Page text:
crucial experiment

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An experiment held to decide with certainty between two rival hypotheses about some matter. Famous examples include Eddington's observation of the bending of light rays by the sun during the eclipse of 1919, held to decisively uphold general relativity against Newtonian mechanics, or the observation of weight gain during combustion, held to decide for the theory that combustion is oxidation and against the view that it consists in loss of phlogiston. In practice experiments require a great deal of scene-setting and agreement on what would count as an ad hoc hypothesis before they play such a decisive role, so that rational disagreement on whether one or another rival is really refuted is both possible in theory and often found in practice.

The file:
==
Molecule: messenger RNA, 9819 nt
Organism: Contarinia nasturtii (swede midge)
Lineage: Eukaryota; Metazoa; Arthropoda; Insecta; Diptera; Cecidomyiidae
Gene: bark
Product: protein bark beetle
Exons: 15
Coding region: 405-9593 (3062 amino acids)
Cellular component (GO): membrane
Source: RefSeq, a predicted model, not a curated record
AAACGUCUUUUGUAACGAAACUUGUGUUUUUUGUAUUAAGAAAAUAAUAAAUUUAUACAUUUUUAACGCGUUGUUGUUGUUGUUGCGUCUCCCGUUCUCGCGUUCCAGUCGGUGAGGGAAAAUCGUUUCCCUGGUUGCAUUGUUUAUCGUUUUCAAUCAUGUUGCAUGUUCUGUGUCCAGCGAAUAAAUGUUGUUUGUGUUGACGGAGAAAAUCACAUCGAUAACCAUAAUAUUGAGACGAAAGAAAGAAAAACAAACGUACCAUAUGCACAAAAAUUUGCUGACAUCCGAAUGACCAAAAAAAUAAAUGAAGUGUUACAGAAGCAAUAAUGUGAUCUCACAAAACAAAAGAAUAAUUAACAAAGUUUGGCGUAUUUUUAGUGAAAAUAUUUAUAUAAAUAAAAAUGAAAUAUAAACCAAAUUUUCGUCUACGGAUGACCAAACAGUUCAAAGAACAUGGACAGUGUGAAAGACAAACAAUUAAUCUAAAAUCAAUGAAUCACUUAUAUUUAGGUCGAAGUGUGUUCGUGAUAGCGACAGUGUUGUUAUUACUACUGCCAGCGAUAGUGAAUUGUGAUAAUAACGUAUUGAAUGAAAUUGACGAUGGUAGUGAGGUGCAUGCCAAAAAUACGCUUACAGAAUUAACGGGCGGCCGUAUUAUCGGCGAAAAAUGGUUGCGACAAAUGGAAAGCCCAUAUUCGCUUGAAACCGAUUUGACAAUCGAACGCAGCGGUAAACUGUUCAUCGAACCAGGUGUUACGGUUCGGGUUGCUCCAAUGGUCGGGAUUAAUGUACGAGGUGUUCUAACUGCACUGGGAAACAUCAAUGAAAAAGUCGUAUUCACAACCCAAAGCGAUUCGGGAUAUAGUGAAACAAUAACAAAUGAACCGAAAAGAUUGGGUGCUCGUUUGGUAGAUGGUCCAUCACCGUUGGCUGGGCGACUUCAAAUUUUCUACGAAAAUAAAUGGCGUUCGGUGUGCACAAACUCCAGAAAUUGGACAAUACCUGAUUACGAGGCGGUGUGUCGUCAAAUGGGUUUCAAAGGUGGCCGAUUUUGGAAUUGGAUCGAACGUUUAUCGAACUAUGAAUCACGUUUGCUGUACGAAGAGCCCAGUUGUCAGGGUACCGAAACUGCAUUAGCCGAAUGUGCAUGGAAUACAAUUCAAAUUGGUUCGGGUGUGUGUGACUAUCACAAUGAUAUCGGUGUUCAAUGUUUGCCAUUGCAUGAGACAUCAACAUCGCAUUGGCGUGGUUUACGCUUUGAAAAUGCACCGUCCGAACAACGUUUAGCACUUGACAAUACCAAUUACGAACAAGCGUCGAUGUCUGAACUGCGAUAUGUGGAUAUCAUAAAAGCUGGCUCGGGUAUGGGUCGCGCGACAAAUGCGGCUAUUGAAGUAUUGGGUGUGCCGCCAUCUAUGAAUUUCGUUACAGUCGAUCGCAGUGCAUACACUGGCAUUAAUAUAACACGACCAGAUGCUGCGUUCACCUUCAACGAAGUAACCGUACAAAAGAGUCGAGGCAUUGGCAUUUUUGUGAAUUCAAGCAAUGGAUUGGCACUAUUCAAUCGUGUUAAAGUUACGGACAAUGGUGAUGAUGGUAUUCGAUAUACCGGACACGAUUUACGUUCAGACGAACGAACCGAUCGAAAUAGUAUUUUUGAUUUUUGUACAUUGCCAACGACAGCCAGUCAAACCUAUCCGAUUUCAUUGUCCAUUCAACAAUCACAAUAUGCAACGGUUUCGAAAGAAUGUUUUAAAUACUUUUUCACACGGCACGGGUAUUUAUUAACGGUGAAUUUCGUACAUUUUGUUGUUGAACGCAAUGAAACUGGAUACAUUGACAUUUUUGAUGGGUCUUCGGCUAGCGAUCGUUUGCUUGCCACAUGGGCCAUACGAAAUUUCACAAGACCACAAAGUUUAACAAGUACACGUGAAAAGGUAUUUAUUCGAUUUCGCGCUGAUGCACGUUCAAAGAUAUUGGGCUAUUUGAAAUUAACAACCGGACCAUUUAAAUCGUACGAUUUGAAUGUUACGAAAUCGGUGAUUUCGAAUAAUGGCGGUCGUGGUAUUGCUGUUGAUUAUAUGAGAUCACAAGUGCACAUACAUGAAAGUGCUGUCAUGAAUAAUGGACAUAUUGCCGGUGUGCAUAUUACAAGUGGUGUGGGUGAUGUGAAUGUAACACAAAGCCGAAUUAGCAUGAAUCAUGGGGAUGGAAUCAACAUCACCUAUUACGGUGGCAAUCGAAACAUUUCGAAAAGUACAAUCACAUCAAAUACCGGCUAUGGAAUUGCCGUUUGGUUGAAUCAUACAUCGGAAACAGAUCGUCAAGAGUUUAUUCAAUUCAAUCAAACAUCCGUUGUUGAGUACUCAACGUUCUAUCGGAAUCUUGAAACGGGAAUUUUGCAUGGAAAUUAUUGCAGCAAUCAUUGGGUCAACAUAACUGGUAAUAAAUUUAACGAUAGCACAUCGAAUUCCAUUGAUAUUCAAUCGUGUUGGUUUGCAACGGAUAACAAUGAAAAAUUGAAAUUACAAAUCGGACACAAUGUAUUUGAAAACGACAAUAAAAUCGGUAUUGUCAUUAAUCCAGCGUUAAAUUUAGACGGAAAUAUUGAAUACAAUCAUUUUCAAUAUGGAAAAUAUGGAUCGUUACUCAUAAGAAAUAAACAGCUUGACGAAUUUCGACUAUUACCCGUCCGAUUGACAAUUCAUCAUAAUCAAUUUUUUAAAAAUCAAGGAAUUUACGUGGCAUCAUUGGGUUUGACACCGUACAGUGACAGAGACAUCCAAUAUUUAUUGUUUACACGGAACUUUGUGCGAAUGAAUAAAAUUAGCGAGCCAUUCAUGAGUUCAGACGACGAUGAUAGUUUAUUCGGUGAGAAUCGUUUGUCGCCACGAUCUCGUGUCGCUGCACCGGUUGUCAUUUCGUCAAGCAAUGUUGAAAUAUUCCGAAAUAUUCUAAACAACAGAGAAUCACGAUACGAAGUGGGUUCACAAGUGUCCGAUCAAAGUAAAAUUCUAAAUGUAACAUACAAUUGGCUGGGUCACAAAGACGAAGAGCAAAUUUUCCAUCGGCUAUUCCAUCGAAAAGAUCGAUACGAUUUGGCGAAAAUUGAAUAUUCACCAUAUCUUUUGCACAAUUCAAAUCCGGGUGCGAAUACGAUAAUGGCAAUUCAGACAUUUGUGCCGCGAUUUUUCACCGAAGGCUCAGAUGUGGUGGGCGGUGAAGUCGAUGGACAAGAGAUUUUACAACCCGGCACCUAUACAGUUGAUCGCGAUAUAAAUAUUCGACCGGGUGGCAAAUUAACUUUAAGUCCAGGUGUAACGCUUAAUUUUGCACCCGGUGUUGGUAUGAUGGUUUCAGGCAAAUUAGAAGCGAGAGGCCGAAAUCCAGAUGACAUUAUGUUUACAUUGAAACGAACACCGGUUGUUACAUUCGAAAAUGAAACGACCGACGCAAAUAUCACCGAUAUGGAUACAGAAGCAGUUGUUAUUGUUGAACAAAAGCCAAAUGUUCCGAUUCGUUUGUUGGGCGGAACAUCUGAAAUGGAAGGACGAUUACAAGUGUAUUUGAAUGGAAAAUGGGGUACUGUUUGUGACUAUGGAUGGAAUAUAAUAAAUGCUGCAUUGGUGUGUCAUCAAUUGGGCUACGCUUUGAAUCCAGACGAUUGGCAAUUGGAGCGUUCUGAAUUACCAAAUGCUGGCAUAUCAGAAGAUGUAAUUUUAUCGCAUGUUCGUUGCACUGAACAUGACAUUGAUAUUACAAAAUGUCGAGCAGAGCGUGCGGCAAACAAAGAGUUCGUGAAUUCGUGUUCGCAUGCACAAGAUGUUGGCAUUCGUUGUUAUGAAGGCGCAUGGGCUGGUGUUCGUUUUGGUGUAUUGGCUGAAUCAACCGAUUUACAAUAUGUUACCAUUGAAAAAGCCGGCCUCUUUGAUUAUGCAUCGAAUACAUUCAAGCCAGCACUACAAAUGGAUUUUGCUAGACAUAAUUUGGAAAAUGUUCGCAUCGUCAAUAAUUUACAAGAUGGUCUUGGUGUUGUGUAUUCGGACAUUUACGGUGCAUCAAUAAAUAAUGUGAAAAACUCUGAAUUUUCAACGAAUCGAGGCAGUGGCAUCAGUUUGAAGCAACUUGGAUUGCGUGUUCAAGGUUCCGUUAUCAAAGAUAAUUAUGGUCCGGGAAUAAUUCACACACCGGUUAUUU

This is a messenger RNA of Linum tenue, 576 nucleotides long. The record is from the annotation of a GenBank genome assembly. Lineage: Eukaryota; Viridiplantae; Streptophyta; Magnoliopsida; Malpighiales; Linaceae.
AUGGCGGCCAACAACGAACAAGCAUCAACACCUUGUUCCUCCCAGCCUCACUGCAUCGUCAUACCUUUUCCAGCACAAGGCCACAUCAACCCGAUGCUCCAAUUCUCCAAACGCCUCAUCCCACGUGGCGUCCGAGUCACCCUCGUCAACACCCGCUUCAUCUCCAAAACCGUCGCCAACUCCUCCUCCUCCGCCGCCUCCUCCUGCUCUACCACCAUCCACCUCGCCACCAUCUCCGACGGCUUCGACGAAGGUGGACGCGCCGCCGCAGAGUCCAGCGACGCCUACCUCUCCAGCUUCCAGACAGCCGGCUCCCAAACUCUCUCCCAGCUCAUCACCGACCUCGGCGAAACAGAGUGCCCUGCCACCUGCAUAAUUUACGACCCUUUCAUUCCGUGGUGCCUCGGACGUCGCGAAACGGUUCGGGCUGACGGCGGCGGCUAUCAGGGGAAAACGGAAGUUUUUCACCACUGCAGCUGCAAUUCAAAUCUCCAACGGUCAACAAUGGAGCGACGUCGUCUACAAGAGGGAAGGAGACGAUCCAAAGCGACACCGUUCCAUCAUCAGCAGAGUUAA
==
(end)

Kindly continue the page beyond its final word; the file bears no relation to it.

Subjects: Philosophy.

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